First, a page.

Foreign Tax Liabilities
Personal and Corporate Taxes
Understanding Personal Tax Liabilities
If you are spending a significant amount of time working in a foreign country, you may be considered a tax resident in that country. Most countries consider you a tax resident after 183 days; some countries consider you a tax resident after as few as 90 days. Other countries may only consider you a tax resident if your permanent home is there (i.e., you are domiciled there). If you determine that a foreign country considers you a tax resident, we recommend that you review any tax treaties the U.S. has with that country as well as determine whether they levy taxes on worldwide income or income earned in their country only. You can learn about income tax laws for a particular country in this personal tax guide (see sections A, D and E).
If you are a U.S. citizen or resident alien working in a foreign country, you will also have to consider the impact on your U.S. taxes. ASU cannot provide personal tax advice. We recommend that you consult a U.S. tax advisor prior to and throughout your time abroad. You can also review the IRS's guidance for U.S. taxpayers living abroad.
Understanding Corporate Tax Liabilities
If you are creating a permanent establishment with your activities, you may be subjecting ASU to various taxes that your project will be responsible for paying. Although ASU is a tax-exempt organization in the U.S., this designation may not be recognized by foreign governments.
You can learn about tax rates for a particular country in this corporate tax guide. However, if you are creating a permanent establishment, a formal evaluation may be needed.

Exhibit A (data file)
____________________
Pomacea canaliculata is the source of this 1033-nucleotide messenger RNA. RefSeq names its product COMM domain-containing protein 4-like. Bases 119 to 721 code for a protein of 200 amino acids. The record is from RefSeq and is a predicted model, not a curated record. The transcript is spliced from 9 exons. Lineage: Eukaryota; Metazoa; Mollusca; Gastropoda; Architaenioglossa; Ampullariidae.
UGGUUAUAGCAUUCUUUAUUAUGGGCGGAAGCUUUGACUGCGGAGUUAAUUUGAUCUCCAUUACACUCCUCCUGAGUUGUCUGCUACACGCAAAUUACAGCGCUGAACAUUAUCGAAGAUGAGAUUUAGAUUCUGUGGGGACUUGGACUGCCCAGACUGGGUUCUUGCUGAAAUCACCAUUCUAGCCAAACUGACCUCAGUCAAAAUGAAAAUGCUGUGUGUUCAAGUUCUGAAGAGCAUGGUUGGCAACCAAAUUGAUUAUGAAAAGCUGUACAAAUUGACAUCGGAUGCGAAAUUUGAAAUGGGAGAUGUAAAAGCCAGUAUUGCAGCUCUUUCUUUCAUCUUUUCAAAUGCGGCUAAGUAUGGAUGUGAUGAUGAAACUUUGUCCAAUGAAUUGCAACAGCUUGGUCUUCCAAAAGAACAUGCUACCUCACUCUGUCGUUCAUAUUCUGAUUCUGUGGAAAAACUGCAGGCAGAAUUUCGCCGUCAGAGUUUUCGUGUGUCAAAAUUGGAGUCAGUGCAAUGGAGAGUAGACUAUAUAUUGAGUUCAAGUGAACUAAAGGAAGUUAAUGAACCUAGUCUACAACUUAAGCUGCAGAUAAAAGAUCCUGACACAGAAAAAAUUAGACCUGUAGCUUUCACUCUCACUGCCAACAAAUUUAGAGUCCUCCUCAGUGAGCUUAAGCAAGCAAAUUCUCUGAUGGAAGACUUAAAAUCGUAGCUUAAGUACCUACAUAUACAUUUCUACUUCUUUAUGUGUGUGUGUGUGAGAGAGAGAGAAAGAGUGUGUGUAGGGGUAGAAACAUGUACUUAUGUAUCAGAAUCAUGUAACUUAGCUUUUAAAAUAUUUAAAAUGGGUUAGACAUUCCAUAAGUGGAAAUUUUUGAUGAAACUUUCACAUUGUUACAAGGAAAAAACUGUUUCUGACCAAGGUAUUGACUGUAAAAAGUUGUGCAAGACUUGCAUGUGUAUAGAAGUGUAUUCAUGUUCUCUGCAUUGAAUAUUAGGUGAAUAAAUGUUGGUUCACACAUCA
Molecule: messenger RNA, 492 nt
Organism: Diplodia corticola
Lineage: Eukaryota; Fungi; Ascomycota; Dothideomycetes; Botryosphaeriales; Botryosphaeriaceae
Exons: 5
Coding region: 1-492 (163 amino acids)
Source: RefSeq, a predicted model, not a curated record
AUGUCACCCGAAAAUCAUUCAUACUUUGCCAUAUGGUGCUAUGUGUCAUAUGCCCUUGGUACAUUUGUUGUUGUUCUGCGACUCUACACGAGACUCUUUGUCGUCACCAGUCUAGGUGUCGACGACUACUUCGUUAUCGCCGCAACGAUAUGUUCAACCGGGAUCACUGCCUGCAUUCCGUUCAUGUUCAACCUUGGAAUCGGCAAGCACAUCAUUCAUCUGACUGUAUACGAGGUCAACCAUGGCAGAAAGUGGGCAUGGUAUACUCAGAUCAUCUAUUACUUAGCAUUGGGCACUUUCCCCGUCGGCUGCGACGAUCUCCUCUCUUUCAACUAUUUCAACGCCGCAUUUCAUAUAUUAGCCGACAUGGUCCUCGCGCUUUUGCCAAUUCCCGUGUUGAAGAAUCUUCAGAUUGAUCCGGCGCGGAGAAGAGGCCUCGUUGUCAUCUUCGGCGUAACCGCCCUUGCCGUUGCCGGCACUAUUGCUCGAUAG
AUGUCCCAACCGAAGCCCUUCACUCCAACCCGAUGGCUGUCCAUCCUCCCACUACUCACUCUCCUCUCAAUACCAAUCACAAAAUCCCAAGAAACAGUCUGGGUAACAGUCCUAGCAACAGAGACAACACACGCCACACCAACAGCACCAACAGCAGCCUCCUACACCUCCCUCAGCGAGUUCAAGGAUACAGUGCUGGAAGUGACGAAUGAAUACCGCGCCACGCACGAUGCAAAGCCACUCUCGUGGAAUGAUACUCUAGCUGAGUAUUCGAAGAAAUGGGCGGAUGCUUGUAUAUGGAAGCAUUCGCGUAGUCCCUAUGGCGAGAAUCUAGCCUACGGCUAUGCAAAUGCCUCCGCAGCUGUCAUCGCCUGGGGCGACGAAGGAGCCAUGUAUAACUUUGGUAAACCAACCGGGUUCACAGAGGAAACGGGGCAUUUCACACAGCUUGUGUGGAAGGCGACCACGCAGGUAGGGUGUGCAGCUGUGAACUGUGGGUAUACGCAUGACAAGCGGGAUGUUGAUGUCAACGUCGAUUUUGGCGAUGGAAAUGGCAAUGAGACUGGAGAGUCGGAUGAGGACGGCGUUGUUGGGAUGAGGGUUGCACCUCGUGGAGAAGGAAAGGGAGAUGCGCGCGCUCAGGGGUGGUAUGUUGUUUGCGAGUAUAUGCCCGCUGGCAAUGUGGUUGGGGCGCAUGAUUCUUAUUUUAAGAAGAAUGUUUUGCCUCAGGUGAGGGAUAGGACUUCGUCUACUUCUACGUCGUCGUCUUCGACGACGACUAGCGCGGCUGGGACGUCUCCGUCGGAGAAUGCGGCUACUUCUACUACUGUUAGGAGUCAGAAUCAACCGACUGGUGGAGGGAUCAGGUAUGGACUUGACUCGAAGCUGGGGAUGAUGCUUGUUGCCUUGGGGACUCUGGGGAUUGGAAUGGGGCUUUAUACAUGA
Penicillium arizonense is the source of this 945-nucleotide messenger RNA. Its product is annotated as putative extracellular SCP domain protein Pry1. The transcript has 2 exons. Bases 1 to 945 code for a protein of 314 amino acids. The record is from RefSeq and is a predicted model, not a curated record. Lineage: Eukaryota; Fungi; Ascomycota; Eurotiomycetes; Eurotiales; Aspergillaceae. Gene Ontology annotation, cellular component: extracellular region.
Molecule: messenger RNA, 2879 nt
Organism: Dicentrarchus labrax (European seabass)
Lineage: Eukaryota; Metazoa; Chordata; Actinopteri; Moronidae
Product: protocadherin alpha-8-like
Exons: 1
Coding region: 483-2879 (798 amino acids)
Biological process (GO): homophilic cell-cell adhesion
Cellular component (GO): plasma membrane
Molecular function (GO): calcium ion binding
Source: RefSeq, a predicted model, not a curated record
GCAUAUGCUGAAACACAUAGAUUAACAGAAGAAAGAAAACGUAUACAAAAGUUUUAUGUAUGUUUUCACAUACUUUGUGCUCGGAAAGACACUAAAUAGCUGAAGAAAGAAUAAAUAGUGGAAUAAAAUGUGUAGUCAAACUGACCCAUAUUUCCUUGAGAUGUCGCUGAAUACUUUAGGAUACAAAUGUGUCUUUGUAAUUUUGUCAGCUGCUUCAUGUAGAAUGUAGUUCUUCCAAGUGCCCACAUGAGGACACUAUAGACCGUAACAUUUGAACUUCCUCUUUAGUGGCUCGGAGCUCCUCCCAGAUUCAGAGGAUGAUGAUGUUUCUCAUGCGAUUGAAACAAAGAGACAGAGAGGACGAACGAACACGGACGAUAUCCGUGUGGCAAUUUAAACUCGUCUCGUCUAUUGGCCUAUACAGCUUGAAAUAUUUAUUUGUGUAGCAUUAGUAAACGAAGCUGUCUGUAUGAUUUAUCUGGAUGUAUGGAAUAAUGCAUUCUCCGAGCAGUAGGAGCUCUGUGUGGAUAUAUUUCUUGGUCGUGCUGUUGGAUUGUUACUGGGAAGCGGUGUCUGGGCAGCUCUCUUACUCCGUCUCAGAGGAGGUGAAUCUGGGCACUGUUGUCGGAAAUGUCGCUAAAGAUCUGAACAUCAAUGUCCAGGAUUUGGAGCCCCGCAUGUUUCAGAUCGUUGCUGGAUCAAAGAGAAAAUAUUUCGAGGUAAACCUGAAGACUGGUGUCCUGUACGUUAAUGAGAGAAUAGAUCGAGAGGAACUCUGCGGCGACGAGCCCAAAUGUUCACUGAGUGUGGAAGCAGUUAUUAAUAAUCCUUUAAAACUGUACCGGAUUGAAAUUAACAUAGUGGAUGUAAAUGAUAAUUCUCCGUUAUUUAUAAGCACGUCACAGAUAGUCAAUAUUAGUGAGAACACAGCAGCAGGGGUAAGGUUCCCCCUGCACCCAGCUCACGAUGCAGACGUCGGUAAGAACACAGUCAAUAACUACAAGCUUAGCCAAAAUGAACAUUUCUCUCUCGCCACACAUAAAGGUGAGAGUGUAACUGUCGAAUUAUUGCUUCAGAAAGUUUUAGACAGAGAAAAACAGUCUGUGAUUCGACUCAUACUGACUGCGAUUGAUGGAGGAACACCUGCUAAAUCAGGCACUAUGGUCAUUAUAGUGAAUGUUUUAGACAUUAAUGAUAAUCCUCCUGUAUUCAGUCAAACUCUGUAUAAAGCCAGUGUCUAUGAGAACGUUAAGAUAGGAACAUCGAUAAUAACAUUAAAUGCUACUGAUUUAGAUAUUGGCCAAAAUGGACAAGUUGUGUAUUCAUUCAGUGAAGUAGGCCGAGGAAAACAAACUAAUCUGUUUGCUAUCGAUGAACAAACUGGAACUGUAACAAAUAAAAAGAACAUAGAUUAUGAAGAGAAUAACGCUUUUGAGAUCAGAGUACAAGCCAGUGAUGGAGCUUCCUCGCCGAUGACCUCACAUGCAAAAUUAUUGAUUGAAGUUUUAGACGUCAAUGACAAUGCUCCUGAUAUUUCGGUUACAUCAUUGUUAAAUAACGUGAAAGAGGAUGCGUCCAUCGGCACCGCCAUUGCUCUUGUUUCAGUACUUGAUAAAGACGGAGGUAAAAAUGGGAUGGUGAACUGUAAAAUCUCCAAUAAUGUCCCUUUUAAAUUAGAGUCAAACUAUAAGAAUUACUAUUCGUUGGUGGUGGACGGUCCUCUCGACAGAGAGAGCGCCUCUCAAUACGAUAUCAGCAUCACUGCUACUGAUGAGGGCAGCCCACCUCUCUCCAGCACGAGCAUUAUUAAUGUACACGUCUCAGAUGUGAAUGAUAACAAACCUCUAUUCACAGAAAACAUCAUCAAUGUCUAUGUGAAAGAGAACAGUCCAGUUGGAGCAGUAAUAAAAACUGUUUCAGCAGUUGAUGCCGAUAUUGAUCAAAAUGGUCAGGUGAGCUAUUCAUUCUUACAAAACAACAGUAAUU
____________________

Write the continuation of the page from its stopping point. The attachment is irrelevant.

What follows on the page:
Avoiding Double Taxation
The U.S. has tax treaties with many countries that are designed to prevent individuals and organizations from paying taxes in both the U.S. and a foreign country (double taxation). This is the best place to start to understand tax liabilities abroad.
Understanding VAT, GST and Sales Tax
If you purchase goods or services abroad, your purchase may be subject to one of the following consumption taxes: value added tax (VAT), goods and services tax (GST), or sales tax. Tax rates vary by country, state/province, and type of good or service and generally range from 5-25%.
You can learn about tax rates for a particular country in this VAT, GST and sales tax guide. However, a formal evaluation by country, state/province, and type of good or service is often needed. If you are budgeting for a large purchase and need help planning for taxes, contact Global Operations.
VAT Exemptions and Refunds
In many countries, nonprofits can apply for VAT exemptions. If you pay VAT, you may be able to recover some of these funds. Just as you can file an income tax return to get a refund for overpaid income taxes, many countries allow you to file a VAT return to get refunded for overpaid VAT.
Applying for VAT exemptions and refunds can be complicated, time-consuming and lengthy (up to a year). Weigh how much you will save/recover against the administrative burden. You may decide to only pursue VAT exemptions and refunds for significant purchases and/or longer projects where the savings will be more significant. In some cases, your project sponsor may require you to apply for an exemption or refund.